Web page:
Twenty20 cricket darts
England lost again. According to Cricinfo, the weather was ‘smoke’ and then ‘fog’.
Now, onto the important stuff: encouraging cricket to invade other sports. We’ve just learnt about Twenty20 cricket darts and we heartily approve of it. If we had any kind of memory for this sort of stuff, we’d memorise the rules and play it the very next time we were in a pub with a dartboard which no-one was using and where no-one could see us.
Basically, one of you throws darts to score runs and the other goes for the bullseye in order to take wickets. Then you swap. The entertaining part is that lower order and tail-end batting are simulated by having to throw wrong-handed with one, two or all three darts.
Winning despite rank incompetence is cricket at its best.
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We still need to review International Cricket Captain
Let’s see what you would have won sahib……oooooh it’s a boat.
Oh, it’s a Mini Metro…
Cricket darts was one of my favourite rainy day pastimes as a kid; I had a (rather mangy, old) dart board in my bedroom.
We played test matches and (once it had been invented) the cricket world cup. I seem to recall outer ring being one wicket and inner ring being two wickets until you got to or past six down, when it became two and four respectively.
Scores above 400 were not uncommon, even in the one-day matches, because I (and my cricket darts playing friends) were gash at getting bullseyes and I think we treated three darts as an over, not one dart as an over. So we pretty much never used up all the overs.
I like the sound of this T20 version but would anticipate some pretty low scores if it was me and my mates playing. We weren’t so good at doubles and trebles either. 120-2 plays 114-1 perhaps.
But still, sounds good. I’m up for it. Any takers?
30 – your go.
Pfft, Bert and his silly real numbers play.
Your turn, whoever “you” might be.
I was thinking more in terms of a real pub with a real darts board.
But perhaps such places don’t exist any more…
…very rare now this side of the Watford Gap anyways.
The thing is Ged, since I live in tâoop north and you live in darn sarf, I felt the best we could hope to manage was correspondence darts. I took the liberty of batting first, and threw a passably decent 20 â 5 â 5.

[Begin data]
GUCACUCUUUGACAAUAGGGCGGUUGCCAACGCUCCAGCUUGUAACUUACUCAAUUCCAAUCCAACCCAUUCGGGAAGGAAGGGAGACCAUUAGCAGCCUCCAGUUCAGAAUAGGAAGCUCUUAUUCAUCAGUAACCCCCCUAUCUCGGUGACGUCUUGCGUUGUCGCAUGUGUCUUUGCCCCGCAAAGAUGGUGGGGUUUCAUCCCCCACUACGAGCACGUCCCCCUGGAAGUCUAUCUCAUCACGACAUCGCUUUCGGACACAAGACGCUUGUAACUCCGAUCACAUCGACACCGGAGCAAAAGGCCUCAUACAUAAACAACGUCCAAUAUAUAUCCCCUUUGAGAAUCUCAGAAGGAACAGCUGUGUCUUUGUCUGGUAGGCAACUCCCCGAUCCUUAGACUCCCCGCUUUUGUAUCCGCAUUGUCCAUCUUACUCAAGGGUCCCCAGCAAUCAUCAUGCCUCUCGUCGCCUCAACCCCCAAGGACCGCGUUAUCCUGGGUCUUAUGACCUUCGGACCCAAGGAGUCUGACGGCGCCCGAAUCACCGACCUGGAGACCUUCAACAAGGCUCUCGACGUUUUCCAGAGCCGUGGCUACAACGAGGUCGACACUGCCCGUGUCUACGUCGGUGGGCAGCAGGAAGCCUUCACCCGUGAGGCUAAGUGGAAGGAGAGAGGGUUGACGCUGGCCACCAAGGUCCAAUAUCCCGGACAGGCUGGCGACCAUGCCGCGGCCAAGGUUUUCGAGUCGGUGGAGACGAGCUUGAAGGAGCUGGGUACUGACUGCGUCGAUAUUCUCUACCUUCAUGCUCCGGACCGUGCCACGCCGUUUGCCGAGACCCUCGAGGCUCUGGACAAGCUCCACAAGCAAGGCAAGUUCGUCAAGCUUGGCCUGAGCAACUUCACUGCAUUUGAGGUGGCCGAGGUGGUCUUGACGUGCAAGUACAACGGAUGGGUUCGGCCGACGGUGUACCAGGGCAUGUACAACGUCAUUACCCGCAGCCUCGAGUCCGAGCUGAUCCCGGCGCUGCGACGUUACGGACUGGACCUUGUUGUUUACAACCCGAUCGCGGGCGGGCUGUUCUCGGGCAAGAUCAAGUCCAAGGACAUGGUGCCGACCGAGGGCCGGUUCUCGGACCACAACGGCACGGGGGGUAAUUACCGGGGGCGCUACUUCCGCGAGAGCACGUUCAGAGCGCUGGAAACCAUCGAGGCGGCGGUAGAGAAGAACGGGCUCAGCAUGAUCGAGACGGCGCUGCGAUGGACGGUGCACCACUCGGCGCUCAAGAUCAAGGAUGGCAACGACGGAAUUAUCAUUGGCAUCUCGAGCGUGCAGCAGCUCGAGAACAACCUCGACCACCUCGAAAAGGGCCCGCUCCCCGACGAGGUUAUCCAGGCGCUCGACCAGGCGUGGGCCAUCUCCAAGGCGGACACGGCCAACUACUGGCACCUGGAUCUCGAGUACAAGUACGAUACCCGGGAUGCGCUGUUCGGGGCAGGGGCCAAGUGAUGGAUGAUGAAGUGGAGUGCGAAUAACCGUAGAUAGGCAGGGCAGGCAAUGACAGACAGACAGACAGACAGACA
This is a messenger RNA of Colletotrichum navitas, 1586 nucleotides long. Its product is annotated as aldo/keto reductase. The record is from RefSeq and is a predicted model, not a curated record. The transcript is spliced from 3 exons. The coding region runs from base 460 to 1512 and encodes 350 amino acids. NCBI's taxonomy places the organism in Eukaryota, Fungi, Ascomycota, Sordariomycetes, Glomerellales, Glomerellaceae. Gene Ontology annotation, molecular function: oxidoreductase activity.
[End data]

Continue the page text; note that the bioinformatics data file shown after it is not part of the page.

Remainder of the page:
Clearly this match requires a degree of trust, but you seem a decent sort from your photo, so Iâve no reason not to trust you implicitly. Of course, should you report anything other than a blank throw with no wickets taken, I will assume you are a cheating cad with the morals of a hyena and challenge you to a duel. Given the locality problems described above this will naturally have to be a correspondence duel, in which you chalk an outline of me on your wall and fire at that, while I hire a professional assassin in your area.
I’m reading this in a cafe and Bert’s post made me laugh so much someone came over to ask if I was ok
And were you?
The lack of a reply indicates not.
Yup, blank throw with no wickets taken, Bert.
How did you guess?
Next time I venture ooop north (which, frankly, might be some years away) this virtual game simply must become oh so real.
I used to play cricket archery quite a lot. I don’t think it would work in a pub very well.
Could try it directly after a pub for some added spice I suppose.
Should work well at Lord’s though, Collywobble, since the summer of 2012 interlude.
That’s true. You could get extra runs for hitting the helicopters of eccentric American millionaires too.